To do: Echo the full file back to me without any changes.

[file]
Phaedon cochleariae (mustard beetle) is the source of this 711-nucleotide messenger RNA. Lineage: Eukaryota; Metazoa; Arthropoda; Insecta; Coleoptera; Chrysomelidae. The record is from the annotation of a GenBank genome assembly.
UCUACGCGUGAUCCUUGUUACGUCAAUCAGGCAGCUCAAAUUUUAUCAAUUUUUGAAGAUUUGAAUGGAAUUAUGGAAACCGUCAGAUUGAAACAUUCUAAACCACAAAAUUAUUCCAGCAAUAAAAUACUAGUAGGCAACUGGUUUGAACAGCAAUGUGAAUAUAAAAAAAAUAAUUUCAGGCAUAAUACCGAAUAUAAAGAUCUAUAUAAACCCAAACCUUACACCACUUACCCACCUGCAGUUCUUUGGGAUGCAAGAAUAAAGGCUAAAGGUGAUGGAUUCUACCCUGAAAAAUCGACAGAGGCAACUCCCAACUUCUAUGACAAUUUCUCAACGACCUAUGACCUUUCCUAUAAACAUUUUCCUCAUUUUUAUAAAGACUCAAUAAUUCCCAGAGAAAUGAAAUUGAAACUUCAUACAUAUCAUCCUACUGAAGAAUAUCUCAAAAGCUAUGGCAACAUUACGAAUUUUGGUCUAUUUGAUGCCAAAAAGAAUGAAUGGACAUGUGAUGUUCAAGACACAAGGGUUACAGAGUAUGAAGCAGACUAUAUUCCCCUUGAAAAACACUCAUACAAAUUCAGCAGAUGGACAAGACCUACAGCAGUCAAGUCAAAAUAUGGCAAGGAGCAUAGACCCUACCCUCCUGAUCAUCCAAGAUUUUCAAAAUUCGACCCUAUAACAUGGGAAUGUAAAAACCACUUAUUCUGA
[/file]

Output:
Phaedon cochleariae (mustard beetle) is the source of this 711-nucleotide messenger RNA. Lineage: Eukaryota; Metazoa; Arthropoda; Insecta; Coleoptera; Chrysomelidae. The record is from the annotation of a GenBank genome assembly.
UCUACGCGUGAUCCUUGUUACGUCAAUCAGGCAGCUCAAAUUUUAUCAAUUUUUGAAGAUUUGAAUGGAAUUAUGGAAACCGUCAGAUUGAAACAUUCUAAACCACAAAAUUAUUCCAGCAAUAAAAUACUAGUAGGCAACUGGUUUGAACAGCAAUGUGAAUAUAAAAAAAAUAAUUUCAGGCAUAAUACCGAAUAUAAAGAUCUAUAUAAACCCAAACCUUACACCACUUACCCACCUGCAGUUCUUUGGGAUGCAAGAAUAAAGGCUAAAGGUGAUGGAUUCUACCCUGAAAAAUCGACAGAGGCAACUCCCAACUUCUAUGACAAUUUCUCAACGACCUAUGACCUUUCCUAUAAACAUUUUCCUCAUUUUUAUAAAGACUCAAUAAUUCCCAGAGAAAUGAAAUUGAAACUUCAUACAUAUCAUCCUACUGAAGAAUAUCUCAAAAGCUAUGGCAACAUUACGAAUUUUGGUCUAUUUGAUGCCAAAAAGAAUGAAUGGACAUGUGAUGUUCAAGACACAAGGGUUACAGAGUAUGAAGCAGACUAUAUUCCCCUUGAAAAACACUCAUACAAAUUCAGCAGAUGGACAAGACCUACAGCAGUCAAGUCAAAAUAUGGCAAGGAGCAUAGACCCUACCCUCCUGAUCAUCCAAGAUUUUCAAAAUUCGACCCUAUAACAUGGGAAUGUAAAAACCACUUAUUCUGA